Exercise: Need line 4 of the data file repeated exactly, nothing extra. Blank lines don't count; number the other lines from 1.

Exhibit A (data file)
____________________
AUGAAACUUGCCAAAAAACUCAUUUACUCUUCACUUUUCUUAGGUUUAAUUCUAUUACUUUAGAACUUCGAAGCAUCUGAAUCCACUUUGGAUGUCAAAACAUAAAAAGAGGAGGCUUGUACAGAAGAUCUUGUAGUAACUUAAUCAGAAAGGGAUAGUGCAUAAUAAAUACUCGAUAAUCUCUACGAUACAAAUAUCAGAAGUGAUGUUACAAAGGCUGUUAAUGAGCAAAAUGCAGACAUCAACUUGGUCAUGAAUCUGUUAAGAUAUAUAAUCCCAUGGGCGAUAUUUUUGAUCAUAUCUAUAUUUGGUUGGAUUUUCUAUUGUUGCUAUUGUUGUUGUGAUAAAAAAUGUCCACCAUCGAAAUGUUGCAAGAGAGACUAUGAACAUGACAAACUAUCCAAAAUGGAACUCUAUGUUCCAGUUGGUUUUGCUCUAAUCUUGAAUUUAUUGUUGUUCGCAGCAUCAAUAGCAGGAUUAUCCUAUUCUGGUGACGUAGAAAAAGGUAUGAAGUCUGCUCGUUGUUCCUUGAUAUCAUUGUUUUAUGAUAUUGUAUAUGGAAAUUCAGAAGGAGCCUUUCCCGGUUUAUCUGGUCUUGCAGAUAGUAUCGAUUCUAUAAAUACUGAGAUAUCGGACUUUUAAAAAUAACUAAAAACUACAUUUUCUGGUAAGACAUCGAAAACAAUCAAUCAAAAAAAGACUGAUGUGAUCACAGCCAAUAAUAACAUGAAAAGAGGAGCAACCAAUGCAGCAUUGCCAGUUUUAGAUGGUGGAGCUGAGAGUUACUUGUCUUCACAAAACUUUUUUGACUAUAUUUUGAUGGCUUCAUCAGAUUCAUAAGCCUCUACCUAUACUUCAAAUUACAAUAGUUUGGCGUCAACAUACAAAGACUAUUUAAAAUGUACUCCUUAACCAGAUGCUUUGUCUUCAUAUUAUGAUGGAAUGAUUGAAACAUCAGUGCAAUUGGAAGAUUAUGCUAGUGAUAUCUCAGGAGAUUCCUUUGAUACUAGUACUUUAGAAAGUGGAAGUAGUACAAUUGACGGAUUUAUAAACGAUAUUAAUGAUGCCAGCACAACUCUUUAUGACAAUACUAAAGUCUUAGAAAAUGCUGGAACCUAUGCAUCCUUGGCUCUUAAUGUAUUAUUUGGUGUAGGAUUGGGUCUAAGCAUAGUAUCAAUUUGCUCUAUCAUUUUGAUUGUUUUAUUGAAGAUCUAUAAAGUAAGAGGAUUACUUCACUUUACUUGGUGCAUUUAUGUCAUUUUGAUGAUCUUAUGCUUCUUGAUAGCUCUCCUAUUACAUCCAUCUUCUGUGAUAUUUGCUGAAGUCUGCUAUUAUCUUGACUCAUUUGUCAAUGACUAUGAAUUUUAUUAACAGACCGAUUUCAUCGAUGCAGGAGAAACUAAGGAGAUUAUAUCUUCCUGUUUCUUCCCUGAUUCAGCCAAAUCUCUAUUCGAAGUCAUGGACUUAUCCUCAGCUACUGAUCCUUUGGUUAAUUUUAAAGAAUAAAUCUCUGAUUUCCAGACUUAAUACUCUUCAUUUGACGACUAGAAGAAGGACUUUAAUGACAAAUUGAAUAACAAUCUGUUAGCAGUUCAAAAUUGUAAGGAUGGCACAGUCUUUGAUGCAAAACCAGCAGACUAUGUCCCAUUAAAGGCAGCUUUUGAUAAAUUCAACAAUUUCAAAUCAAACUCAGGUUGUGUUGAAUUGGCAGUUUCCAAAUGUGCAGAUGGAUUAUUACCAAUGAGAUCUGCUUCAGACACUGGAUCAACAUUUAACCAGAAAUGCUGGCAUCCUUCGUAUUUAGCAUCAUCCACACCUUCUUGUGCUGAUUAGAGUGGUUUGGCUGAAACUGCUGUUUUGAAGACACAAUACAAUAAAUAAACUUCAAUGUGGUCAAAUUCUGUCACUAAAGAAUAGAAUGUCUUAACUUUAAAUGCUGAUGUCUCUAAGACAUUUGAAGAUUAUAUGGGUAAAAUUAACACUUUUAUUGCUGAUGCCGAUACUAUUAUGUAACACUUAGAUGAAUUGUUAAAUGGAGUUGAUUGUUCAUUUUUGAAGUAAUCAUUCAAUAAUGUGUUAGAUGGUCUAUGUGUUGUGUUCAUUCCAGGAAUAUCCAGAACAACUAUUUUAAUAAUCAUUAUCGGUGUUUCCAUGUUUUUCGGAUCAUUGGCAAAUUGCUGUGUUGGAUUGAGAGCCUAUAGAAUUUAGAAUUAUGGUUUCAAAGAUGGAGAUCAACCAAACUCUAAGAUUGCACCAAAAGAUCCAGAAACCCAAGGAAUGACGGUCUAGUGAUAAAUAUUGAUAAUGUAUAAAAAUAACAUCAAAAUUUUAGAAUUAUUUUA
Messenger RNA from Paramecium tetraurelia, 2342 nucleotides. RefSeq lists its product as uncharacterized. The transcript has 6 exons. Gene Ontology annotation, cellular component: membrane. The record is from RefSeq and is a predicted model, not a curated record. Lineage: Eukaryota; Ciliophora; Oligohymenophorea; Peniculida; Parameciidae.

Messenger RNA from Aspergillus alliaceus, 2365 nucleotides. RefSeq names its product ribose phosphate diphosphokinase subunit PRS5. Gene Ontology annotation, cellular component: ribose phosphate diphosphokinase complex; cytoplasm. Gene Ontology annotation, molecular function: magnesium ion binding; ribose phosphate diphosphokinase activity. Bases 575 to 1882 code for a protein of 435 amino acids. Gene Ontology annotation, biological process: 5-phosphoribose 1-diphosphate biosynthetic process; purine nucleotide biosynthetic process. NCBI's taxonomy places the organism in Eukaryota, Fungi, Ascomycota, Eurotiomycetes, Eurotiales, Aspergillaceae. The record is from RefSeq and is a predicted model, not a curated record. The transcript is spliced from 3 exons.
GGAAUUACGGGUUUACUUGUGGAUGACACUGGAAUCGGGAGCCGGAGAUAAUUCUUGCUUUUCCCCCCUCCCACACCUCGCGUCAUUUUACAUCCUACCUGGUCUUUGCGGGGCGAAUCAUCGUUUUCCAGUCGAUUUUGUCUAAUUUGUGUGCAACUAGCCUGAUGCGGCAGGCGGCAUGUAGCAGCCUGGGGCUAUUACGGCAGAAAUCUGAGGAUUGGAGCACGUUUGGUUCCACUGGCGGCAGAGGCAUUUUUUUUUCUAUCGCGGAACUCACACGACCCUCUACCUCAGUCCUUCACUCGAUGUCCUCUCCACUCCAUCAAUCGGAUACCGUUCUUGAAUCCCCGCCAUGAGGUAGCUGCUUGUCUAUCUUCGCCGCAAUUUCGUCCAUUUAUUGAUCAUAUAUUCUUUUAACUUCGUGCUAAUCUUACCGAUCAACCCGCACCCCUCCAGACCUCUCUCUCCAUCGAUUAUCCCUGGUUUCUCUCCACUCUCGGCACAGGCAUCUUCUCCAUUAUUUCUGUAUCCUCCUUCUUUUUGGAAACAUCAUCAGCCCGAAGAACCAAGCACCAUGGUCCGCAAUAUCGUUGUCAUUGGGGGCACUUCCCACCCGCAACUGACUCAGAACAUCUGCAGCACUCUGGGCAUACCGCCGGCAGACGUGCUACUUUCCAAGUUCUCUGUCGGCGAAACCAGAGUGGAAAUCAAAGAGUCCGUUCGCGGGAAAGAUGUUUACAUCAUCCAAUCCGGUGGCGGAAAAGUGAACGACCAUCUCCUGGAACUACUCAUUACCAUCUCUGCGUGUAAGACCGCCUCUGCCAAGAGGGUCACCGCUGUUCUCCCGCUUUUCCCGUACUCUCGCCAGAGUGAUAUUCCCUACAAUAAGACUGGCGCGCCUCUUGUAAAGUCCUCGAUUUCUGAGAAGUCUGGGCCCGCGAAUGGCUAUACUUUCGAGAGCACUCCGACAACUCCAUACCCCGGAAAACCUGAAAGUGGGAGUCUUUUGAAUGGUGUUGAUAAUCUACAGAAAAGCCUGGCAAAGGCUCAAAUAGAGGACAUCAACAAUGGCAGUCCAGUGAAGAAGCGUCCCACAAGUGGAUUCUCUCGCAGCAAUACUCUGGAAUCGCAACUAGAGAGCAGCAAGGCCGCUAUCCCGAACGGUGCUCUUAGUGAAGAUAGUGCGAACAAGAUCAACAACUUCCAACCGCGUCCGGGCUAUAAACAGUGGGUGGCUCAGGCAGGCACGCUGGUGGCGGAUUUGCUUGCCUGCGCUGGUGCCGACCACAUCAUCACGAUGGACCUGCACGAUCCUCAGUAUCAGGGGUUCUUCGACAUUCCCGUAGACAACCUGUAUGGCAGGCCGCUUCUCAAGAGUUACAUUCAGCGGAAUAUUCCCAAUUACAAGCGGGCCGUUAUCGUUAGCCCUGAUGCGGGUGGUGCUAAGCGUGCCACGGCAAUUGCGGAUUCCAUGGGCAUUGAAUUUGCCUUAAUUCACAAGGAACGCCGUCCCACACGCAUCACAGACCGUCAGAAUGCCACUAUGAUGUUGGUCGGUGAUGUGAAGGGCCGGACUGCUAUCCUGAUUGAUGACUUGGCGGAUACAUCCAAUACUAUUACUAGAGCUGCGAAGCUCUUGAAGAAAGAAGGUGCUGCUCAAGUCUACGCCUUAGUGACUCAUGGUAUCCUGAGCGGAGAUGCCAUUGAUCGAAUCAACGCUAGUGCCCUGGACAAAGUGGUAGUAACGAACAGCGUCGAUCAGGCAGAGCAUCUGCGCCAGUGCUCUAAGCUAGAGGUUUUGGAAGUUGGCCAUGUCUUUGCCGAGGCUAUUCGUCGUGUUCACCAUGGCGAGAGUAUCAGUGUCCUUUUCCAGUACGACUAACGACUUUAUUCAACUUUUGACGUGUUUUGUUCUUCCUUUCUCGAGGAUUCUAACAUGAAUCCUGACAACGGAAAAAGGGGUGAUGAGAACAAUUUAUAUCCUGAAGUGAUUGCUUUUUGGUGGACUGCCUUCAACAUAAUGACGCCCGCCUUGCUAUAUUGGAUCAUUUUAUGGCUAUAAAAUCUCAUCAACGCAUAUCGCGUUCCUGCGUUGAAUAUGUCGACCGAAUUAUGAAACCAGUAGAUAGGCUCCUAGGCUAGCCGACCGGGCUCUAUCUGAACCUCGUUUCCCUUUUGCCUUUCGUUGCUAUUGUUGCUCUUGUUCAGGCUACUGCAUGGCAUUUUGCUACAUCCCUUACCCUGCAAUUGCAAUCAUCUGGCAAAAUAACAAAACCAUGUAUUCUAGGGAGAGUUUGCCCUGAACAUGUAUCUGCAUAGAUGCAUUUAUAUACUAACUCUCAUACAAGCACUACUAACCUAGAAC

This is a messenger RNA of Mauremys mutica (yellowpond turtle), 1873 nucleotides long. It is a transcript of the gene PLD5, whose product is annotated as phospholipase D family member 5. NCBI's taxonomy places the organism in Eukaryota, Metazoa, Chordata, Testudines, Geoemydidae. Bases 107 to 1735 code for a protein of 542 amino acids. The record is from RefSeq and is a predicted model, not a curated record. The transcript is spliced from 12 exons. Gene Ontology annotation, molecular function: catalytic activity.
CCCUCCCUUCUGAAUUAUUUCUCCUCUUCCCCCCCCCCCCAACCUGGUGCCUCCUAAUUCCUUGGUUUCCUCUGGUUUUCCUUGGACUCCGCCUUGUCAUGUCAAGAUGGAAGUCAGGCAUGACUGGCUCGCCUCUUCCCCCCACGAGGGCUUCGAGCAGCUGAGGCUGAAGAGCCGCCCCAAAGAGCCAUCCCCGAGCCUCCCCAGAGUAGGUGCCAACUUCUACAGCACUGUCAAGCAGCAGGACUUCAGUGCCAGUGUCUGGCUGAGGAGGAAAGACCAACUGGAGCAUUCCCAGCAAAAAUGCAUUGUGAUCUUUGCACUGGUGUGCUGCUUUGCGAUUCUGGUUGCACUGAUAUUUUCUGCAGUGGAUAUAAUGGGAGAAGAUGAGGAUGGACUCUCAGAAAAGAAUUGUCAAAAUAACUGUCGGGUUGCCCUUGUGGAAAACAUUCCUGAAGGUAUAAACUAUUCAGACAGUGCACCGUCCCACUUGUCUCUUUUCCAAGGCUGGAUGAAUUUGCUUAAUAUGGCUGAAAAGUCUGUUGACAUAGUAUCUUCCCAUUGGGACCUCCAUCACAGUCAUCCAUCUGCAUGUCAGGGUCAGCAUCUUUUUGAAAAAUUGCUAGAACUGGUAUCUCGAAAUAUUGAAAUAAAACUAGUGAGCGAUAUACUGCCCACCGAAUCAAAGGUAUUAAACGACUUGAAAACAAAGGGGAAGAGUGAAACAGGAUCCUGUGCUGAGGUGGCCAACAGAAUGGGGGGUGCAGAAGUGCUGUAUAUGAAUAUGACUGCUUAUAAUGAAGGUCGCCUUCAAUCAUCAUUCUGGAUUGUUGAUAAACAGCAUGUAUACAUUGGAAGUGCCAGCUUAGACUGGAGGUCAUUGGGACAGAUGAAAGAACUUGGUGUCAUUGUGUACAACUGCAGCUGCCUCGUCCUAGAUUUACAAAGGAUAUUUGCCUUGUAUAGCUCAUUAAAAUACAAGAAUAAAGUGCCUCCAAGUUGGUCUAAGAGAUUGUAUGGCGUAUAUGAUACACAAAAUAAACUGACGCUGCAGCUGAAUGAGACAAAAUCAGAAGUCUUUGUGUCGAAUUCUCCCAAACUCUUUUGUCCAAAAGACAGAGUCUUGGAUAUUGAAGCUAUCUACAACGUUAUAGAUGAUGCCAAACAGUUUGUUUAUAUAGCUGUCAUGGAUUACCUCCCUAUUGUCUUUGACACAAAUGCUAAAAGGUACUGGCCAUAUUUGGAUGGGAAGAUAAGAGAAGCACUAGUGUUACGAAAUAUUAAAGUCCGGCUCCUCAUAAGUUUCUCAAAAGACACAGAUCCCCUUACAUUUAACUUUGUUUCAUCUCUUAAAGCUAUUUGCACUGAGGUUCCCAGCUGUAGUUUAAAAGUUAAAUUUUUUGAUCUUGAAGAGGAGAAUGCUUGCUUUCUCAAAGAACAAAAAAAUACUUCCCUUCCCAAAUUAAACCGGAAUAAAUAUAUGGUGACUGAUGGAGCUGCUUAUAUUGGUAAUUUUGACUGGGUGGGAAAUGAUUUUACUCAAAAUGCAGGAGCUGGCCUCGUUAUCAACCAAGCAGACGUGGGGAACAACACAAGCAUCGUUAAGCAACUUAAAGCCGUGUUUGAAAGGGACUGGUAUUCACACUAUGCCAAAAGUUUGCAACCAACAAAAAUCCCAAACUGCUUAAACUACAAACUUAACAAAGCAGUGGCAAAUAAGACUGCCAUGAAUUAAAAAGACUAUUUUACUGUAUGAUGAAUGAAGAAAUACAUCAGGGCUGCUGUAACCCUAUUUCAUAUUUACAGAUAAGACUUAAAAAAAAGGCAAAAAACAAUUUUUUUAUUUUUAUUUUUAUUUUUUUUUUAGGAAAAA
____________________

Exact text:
GGAAUUACGGGUUUACUUGUGGAUGACACUGGAAUCGGGAGCCGGAGAUAAUUCUUGCUUUUCCCCCCUCCCACACCUCGCGUCAUUUUACAUCCUACCUGGUCUUUGCGGGGCGAAUCAUCGUUUUCCAGUCGAUUUUGUCUAAUUUGUGUGCAACUAGCCUGAUGCGGCAGGCGGCAUGUAGCAGCCUGGGGCUAUUACGGCAGAAAUCUGAGGAUUGGAGCACGUUUGGUUCCACUGGCGGCAGAGGCAUUUUUUUUUCUAUCGCGGAACUCACACGACCCUCUACCUCAGUCCUUCACUCGAUGUCCUCUCCACUCCAUCAAUCGGAUACCGUUCUUGAAUCCCCGCCAUGAGGUAGCUGCUUGUCUAUCUUCGCCGCAAUUUCGUCCAUUUAUUGAUCAUAUAUUCUUUUAACUUCGUGCUAAUCUUACCGAUCAACCCGCACCCCUCCAGACCUCUCUCUCCAUCGAUUAUCCCUGGUUUCUCUCCACUCUCGGCACAGGCAUCUUCUCCAUUAUUUCUGUAUCCUCCUUCUUUUUGGAAACAUCAUCAGCCCGAAGAACCAAGCACCAUGGUCCGCAAUAUCGUUGUCAUUGGGGGCACUUCCCACCCGCAACUGACUCAGAACAUCUGCAGCACUCUGGGCAUACCGCCGGCAGACGUGCUACUUUCCAAGUUCUCUGUCGGCGAAACCAGAGUGGAAAUCAAAGAGUCCGUUCGCGGGAAAGAUGUUUACAUCAUCCAAUCCGGUGGCGGAAAAGUGAACGACCAUCUCCUGGAACUACUCAUUACCAUCUCUGCGUGUAAGACCGCCUCUGCCAAGAGGGUCACCGCUGUUCUCCCGCUUUUCCCGUACUCUCGCCAGAGUGAUAUUCCCUACAAUAAGACUGGCGCGCCUCUUGUAAAGUCCUCGAUUUCUGAGAAGUCUGGGCCCGCGAAUGGCUAUACUUUCGAGAGCACUCCGACAACUCCAUACCCCGGAAAACCUGAAAGUGGGAGUCUUUUGAAUGGUGUUGAUAAUCUACAGAAAAGCCUGGCAAAGGCUCAAAUAGAGGACAUCAACAAUGGCAGUCCAGUGAAGAAGCGUCCCACAAGUGGAUUCUCUCGCAGCAAUACUCUGGAAUCGCAACUAGAGAGCAGCAAGGCCGCUAUCCCGAACGGUGCUCUUAGUGAAGAUAGUGCGAACAAGAUCAACAACUUCCAACCGCGUCCGGGCUAUAAACAGUGGGUGGCUCAGGCAGGCACGCUGGUGGCGGAUUUGCUUGCCUGCGCUGGUGCCGACCACAUCAUCACGAUGGACCUGCACGAUCCUCAGUAUCAGGGGUUCUUCGACAUUCCCGUAGACAACCUGUAUGGCAGGCCGCUUCUCAAGAGUUACAUUCAGCGGAAUAUUCCCAAUUACAAGCGGGCCGUUAUCGUUAGCCCUGAUGCGGGUGGUGCUAAGCGUGCCACGGCAAUUGCGGAUUCCAUGGGCAUUGAAUUUGCCUUAAUUCACAAGGAACGCCGUCCCACACGCAUCACAGACCGUCAGAAUGCCACUAUGAUGUUGGUCGGUGAUGUGAAGGGCCGGACUGCUAUCCUGAUUGAUGACUUGGCGGAUACAUCCAAUACUAUUACUAGAGCUGCGAAGCUCUUGAAGAAAGAAGGUGCUGCUCAAGUCUACGCCUUAGUGACUCAUGGUAUCCUGAGCGGAGAUGCCAUUGAUCGAAUCAACGCUAGUGCCCUGGACAAAGUGGUAGUAACGAACAGCGUCGAUCAGGCAGAGCAUCUGCGCCAGUGCUCUAAGCUAGAGGUUUUGGAAGUUGGCCAUGUCUUUGCCGAGGCUAUUCGUCGUGUUCACCAUGGCGAGAGUAUCAGUGUCCUUUUCCAGUACGACUAACGACUUUAUUCAACUUUUGACGUGUUUUGUUCUUCCUUUCUCGAGGAUUCUAACAUGAAUCCUGACAACGGAAAAAGGGGUGAUGAGAACAAUUUAUAUCCUGAAGUGAUUGCUUUUUGGUGGACUGCCUUCAACAUAAUGACGCCCGCCUUGCUAUAUUGGAUCAUUUUAUGGCUAUAAAAUCUCAUCAACGCAUAUCGCGUUCCUGCGUUGAAUAUGUCGACCGAAUUAUGAAACCAGUAGAUAGGCUCCUAGGCUAGCCGACCGGGCUCUAUCUGAACCUCGUUUCCCUUUUGCCUUUCGUUGCUAUUGUUGCUCUUGUUCAGGCUACUGCAUGGCAUUUUGCUACAUCCCUUACCCUGCAAUUGCAAUCAUCUGGCAAAAUAACAAAACCAUGUAUUCUAGGGAGAGUUUGCCCUGAACAUGUAUCUGCAUAGAUGCAUUUAUAUACUAACUCUCAUACAAGCACUACUAACCUAGAAC